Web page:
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What if all photos were treated like many race photos?

Race photography is an important part of your race marketing efforts. Don't be that race that makes runners post photos with "proof" all over their moment of glory.

What if all photos were treated like many race photos?

The ability to quickly and easily share and view photos is one of the most popular reasons users are on social media. Over 350 million photos are uploaded to Facebook every day. People can’t wait to show off accomplishments, major milestones in their lives, and of course the beloved photo crossing the finish line of a race. Yet, as race directors, we often take the route of selling race photos to save money, make additional revenue, or a bit of each. When users don’t buy, they download and post their photo with “proof” plastered all over their victorious finish. Are these the photos that you want to best represent your race?

Marketing your race doesn’t stop at the finish line
Up until race day, it’s mostly on you to promote your race and get runners to your event. However, after the race is when your participants do all of the marketing for you, at no cost. As your participants start posting photos of race day, their big finish, and smiling while running with friends, you’re getting a serious push for future events. This type of marketing is about as good as it gets, as it’s coming from trusted friends, rather than a sponsored post.

Race photography options
Yes, hiring photographers and buying the rights to photography is expensive. In my last race with 2,000 participants, I spent around $3,000 on race photography; $1.50 per participant. However, it allowed all participants to download every one of their photos for free, and share at will. And share they did. It also included a crew of 6 photographers, so each participant averaged 6-8 photos of their race experience. To help offset some of the cost, I created a sponsorship opportunity, where a local running store’s logo was watermarked on the bottom corner of each photo. The store gets huge reach with their sponsorship, my runners get great photos they’re happy to share, and I’m getting tons of free marketing for next year’s race. The race logo was in the other bottom corner.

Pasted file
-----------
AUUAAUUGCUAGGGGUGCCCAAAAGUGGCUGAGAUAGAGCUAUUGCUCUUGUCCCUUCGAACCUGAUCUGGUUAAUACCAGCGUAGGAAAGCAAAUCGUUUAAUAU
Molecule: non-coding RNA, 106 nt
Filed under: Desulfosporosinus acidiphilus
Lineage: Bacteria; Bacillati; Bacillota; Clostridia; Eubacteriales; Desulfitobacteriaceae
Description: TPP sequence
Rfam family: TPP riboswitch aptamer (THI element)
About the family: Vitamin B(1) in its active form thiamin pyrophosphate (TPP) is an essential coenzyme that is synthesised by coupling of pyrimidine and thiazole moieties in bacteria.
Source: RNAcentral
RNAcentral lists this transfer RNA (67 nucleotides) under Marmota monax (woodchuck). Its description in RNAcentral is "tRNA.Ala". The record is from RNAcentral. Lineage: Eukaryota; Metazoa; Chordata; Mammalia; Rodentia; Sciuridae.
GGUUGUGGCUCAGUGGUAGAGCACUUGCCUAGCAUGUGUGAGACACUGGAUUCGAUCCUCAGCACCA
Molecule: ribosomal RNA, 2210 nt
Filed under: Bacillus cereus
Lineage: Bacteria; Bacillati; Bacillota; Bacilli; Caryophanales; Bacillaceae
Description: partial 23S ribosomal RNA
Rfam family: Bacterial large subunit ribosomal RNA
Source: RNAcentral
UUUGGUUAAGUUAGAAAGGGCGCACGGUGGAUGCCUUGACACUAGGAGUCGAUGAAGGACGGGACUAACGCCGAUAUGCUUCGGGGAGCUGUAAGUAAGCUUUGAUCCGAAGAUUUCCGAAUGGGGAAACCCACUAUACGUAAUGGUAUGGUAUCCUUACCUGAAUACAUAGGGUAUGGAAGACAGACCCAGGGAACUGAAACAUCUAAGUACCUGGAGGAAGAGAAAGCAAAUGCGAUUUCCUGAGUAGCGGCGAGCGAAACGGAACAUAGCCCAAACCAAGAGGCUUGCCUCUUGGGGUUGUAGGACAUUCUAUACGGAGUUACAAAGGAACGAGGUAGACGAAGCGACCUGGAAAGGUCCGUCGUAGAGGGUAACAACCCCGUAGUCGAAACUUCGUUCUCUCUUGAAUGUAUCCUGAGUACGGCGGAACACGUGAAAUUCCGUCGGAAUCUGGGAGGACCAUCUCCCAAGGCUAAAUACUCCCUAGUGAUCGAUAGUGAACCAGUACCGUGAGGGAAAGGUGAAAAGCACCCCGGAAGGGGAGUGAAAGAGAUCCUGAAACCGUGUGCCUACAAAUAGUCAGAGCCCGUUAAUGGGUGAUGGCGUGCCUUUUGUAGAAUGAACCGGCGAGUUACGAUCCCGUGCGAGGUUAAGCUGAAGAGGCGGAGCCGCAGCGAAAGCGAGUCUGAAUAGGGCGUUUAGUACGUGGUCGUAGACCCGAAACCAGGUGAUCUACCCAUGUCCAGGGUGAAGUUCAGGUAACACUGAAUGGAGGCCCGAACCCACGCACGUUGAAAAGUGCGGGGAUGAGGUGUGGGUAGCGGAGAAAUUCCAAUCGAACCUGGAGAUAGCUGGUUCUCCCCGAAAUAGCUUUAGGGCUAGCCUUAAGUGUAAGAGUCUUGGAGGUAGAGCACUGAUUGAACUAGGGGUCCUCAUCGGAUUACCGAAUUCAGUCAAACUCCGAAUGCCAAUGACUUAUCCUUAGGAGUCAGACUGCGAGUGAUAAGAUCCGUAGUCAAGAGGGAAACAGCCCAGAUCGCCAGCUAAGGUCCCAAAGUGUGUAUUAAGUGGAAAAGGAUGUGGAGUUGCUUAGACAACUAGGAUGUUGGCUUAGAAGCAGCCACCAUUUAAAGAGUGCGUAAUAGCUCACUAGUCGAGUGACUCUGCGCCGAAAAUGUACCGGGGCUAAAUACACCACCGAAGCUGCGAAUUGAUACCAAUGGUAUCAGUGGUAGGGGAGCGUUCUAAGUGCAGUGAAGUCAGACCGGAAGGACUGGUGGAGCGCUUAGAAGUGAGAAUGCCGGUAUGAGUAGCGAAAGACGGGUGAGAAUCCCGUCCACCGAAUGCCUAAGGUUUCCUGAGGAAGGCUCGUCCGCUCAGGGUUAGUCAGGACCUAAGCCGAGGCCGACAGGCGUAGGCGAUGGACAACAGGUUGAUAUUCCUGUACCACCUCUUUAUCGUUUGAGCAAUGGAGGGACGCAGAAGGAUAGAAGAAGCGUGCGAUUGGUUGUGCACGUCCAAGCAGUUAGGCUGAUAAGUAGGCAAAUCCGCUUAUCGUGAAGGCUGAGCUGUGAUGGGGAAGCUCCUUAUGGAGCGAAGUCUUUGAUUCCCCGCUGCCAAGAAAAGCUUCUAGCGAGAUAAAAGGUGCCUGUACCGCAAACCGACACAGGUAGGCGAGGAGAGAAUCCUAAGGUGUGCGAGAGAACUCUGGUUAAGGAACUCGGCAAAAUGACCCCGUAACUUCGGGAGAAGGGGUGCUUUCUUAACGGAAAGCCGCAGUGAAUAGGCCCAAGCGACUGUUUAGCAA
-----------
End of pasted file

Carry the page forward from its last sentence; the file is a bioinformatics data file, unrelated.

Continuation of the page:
Depending on the size of your race, you may be able to hire local photographers or photography students. Just ensure that they can get solid photos of your participants, even when there’s a stampede at the finish line. Also, check to make sure you have full rights to use, share and distribute the photos.

Photo hosting options
If you have a large number of photos in high-resolution, this part can take a bit of time, but is again absolutely worth it. I recommend using Facebook and Instragram to upload all of your race photos. Your participants will spend the time to find photos of themselves and friends, and will start tagging away. The number of people you reach will quickly spike and see far greater reach than most individual posts. This is where you’re going to also pick up new participants who will want to jump in next year with their friends.

For full resolution photo hosting, upload all of your photos to an album on Flickr and link to the album. It’s free, highly available, and trusted.

Let your participants be your marketing crew and get them the tools they need to make the most of their effort. Unless there’s absolutely no other option, please let’s help to keep proof photos out of our news feeds. Let your participants show off their moment of glory, while promoting your race for you.

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